Nor'easter Damage, Disruption Widespread on Cape

An emergency declaration by Gov. Charlie Baker allows the state to request and receive mutual aid assistance from other states through the Emergency Management Assistance Compact.

by Doug Fraser, Cape Cod Times, Hyannis, Mass. / March 6, 2018

(TNS) - Liam's wasn't the only casualty of erosion from this past weekend's stormy weather along the Outer Cape beaches.

Karst Hoogeboom, chief of facilities and maintenance for the Cape Cod National Seashore, estimated at least $500,000 worth of damage from the storm, including to the staircase at Marconi Beach, which cost $150,000 to build last year after storm damage. The Seashore will also have to replace the shingles on six park buildings, repair Moors Road in Provincetown, and repair toilets at Herring Cove Beach.

Erosion undercut the parking lot at Maguire Landing Beach, said Suzanne Grout Thomas, Wellfleet beach administrator.

Town landings in Chatham also suffered storm damage, said Theodore Keon, director of coastal resources in Chatham. The opening of what is known as the Fool's Cut just south of the 1987 Chatham Break appears to have widened and helped drive flooding in the Little Beach neighborhoods. North Beach Island appears thinner and flatter, but the two cottages on the island survived the storm.

More than 100 impact assessments had been conducted in 19 communities by 13 coastal zone management team as of Sunday evening, according to the Massachusetts Emergency Management Agency, with the majority reporting widespread beach and dune erosion, and overwash of sand, gravel, and cobble material on roadways.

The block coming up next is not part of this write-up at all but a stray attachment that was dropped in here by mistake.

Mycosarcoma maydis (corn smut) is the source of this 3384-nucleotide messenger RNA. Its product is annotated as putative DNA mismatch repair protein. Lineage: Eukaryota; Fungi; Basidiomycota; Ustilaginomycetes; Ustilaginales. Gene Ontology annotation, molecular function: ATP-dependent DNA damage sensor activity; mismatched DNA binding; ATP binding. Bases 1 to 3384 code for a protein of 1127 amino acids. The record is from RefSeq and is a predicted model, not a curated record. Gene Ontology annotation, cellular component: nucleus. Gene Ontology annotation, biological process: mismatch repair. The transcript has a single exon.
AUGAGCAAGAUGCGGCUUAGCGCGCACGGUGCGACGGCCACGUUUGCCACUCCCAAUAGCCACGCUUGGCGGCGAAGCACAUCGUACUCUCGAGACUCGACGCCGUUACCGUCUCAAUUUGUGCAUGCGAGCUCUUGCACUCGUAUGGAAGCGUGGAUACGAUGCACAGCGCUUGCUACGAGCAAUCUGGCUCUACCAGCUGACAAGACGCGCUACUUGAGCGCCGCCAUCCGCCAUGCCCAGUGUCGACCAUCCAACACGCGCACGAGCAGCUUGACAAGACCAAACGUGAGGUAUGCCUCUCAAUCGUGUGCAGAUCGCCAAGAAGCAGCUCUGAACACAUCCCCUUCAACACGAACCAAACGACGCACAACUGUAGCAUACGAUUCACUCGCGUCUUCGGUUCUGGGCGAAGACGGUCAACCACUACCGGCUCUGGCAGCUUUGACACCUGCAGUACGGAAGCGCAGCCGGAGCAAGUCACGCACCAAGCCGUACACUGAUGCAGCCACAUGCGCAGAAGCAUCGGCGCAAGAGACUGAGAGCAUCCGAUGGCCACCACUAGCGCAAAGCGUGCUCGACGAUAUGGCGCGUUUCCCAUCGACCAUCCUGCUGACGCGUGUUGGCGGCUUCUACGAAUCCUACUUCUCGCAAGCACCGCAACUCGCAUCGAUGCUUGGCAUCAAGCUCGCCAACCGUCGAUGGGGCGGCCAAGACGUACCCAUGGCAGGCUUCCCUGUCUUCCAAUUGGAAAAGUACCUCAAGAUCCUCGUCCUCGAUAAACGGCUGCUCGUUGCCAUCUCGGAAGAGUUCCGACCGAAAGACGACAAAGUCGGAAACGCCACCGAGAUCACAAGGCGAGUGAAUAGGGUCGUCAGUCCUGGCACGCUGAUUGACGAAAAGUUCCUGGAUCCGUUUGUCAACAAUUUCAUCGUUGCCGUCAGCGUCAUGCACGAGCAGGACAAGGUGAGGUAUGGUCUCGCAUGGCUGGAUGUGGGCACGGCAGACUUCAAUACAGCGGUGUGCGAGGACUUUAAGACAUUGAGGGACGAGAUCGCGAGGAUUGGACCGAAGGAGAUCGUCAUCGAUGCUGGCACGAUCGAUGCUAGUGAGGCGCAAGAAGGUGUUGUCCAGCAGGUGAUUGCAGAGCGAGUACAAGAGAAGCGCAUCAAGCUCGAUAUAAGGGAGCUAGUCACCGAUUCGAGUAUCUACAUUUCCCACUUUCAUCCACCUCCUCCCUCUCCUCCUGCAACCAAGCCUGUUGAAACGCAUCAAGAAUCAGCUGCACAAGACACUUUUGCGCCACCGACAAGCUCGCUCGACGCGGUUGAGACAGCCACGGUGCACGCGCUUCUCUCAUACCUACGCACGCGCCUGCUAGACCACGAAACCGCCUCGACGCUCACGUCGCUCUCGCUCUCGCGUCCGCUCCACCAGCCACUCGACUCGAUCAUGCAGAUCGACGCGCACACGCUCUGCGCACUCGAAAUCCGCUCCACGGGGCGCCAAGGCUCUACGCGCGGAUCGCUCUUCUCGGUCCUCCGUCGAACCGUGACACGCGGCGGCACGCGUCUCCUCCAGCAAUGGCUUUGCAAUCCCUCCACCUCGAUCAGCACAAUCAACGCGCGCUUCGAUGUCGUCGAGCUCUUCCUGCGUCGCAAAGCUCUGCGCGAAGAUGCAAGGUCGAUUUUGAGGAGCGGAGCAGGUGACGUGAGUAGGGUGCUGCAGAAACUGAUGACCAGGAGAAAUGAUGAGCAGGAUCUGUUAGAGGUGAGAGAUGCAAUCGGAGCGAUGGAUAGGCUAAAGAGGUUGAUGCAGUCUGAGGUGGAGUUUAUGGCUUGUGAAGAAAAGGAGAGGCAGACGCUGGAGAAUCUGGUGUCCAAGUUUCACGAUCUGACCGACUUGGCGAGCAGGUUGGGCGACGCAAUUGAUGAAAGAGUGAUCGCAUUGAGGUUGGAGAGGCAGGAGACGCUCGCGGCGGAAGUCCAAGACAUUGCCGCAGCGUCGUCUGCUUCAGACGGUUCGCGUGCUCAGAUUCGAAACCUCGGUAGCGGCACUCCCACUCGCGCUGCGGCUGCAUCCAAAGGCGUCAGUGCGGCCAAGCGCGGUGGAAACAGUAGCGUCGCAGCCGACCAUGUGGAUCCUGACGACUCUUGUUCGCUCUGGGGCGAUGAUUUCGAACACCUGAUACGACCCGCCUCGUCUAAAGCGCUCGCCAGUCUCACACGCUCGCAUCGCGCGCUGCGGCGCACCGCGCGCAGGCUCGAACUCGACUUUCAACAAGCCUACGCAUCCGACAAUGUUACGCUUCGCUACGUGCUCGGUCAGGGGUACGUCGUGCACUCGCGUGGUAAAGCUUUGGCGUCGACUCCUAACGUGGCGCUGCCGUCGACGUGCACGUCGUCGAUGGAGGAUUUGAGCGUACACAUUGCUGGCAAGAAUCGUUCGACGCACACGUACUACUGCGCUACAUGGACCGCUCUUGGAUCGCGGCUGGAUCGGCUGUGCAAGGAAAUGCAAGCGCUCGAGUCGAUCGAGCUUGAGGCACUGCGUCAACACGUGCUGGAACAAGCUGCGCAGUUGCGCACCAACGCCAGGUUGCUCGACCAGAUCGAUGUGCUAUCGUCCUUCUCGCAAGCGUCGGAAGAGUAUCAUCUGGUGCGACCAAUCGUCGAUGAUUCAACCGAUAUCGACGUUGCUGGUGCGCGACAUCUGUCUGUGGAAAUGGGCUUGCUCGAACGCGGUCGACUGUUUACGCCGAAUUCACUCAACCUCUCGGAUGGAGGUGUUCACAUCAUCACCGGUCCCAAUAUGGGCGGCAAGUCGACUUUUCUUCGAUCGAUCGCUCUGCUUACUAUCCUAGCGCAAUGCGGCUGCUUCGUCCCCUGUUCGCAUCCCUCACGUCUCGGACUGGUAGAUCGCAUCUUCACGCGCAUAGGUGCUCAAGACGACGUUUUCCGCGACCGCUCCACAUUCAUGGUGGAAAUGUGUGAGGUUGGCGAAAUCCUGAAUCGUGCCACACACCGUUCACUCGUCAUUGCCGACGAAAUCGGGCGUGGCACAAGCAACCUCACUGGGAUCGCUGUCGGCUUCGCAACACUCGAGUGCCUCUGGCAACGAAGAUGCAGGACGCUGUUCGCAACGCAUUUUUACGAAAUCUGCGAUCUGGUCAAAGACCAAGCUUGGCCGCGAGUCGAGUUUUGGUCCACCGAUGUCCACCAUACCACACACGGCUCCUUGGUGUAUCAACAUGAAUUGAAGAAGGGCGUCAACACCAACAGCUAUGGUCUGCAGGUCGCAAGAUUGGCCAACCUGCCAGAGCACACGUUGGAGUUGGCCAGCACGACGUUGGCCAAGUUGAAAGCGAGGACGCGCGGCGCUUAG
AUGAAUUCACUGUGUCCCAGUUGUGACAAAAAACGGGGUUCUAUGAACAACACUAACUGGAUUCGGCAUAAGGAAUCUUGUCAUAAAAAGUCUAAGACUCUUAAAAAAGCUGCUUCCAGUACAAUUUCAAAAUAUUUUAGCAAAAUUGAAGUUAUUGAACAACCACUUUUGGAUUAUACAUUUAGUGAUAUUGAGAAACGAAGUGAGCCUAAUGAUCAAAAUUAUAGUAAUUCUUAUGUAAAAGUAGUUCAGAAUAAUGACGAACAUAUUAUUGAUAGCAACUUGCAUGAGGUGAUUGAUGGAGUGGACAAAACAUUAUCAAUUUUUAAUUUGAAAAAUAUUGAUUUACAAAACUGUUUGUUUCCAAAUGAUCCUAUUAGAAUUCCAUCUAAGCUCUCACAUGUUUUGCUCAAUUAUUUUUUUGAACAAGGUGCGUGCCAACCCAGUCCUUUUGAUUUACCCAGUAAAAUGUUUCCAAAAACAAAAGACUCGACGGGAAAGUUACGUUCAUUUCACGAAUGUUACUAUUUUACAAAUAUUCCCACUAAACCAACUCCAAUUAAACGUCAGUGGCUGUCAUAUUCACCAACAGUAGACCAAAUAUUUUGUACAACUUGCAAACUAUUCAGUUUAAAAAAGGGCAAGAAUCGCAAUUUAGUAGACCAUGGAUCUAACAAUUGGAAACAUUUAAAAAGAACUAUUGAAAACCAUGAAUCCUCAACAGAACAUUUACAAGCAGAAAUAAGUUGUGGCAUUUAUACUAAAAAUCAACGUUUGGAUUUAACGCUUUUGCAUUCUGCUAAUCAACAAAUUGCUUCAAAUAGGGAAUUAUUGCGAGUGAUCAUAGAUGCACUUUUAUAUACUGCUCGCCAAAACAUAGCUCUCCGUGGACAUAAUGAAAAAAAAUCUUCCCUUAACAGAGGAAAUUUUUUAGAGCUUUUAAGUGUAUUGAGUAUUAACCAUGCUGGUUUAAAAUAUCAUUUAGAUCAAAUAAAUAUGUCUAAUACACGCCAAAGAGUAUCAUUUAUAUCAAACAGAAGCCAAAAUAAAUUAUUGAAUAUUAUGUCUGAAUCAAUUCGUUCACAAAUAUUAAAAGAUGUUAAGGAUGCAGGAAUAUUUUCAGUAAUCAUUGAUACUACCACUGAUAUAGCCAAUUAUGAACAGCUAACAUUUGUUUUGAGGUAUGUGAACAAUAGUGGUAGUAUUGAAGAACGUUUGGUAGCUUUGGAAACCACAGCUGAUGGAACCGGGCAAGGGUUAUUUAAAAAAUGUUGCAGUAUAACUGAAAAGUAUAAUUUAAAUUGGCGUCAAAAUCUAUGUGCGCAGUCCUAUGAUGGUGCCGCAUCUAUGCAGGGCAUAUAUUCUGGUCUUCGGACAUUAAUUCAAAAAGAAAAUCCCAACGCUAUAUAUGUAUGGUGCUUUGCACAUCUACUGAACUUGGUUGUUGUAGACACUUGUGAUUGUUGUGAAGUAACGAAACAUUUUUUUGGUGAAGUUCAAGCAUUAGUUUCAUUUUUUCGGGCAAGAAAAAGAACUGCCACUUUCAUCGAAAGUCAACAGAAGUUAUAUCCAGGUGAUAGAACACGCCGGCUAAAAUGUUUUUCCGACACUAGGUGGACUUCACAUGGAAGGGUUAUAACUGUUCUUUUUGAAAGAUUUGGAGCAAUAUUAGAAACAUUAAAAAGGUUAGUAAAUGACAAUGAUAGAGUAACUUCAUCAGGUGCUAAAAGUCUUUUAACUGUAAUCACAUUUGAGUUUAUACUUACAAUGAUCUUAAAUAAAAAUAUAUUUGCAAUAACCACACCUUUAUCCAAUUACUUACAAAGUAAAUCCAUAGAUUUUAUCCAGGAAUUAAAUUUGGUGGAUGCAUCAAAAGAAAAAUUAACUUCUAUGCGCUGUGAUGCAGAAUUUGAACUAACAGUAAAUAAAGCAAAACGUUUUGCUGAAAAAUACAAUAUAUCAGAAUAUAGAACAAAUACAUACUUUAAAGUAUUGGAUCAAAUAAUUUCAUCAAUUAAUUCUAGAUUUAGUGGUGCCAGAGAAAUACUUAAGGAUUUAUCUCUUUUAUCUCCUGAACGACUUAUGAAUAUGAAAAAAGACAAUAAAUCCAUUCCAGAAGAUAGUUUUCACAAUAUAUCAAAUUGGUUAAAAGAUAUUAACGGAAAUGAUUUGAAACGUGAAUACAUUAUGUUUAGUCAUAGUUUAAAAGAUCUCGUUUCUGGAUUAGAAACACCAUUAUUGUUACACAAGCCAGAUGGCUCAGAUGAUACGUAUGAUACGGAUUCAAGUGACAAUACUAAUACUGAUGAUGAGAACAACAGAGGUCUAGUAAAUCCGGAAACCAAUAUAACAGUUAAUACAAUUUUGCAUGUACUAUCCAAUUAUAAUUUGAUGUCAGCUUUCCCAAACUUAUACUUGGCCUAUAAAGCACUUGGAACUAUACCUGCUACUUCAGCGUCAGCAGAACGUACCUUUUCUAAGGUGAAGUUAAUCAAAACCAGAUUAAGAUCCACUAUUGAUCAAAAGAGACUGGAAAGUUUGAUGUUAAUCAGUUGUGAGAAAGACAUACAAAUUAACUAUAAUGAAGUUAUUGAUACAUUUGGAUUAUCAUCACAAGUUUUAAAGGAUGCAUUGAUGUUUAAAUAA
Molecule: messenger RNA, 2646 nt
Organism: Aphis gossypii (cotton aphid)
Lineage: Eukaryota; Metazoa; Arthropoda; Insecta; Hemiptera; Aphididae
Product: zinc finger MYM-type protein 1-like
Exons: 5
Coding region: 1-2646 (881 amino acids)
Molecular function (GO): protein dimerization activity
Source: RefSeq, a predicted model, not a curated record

In coordination with MEMA, local officials on Monday conducted assessments on buildings and infrastructure in Chatham, Cohasset, Duxbury, Gloucester, Hull, Marblehead, Marshfield, Nahant, Plymouth, Provincetown, Rockport, Sandwich, Scituate, Swampscott and Winthrop.

An emergency declaration by Gov. Charlie Baker allows the state to request and receive mutual aid assistance from other states through the Emergency Management Assistance Compact, and will also "facilitate the immediate procurement and deployment of goods and services needed to ensure prompt and effective response and recovery from this storm," the governor's office said.

The Civil Air Patrol on Monday was flying over the entire Massachusetts coast taking high definition aerial photographs, MEMA said, to provide the emergency management agency with "a holistic view of storm impacts." On Sunday afternoon, Civil Air Patrol made two flights — one focusing on capturing images of the damage in Salisbury, Newbury, Newburyport, and Nahant; and one focused on Hull, Scituate, Marshfield, Sandwich, and other communities.

In addition to the effects of erosion from the storm, transportation continued to face disruptions on Monday. Ferry service to and from the islands was running on a trip-by-trip basis, with most trips canceled because of the weather.

The regional shelter at Cape Cod Regional Technical High School in Harwich — the last one that remained open after the weekend's storm — was closed on Monday.

Another winter storm is expected later this week. On the Cape and Islands, the storm is expected to be mostly wind and rain, with the possibility of wet snow at the outset on Wednesday. There's potential for 50-60 mph winds along the coast, according to the Massachusetts Emergency Management Agency. The forecast calls for a storm surge of 2½-3 feet and 15- to 20-foot waves just offshore, which could result in minor coastal flooding and beach erosion for the early morning Thursday high tide.

— Material from the State House News Service was used in this report. Follow Doug Fraser on Twitter: @dougfrasercct.


©2018 Cape Cod Times, Hyannis, Mass.

Visit Cape Cod Times, Hyannis, Mass. at

Distributed by Tribune Content Agency, LLC.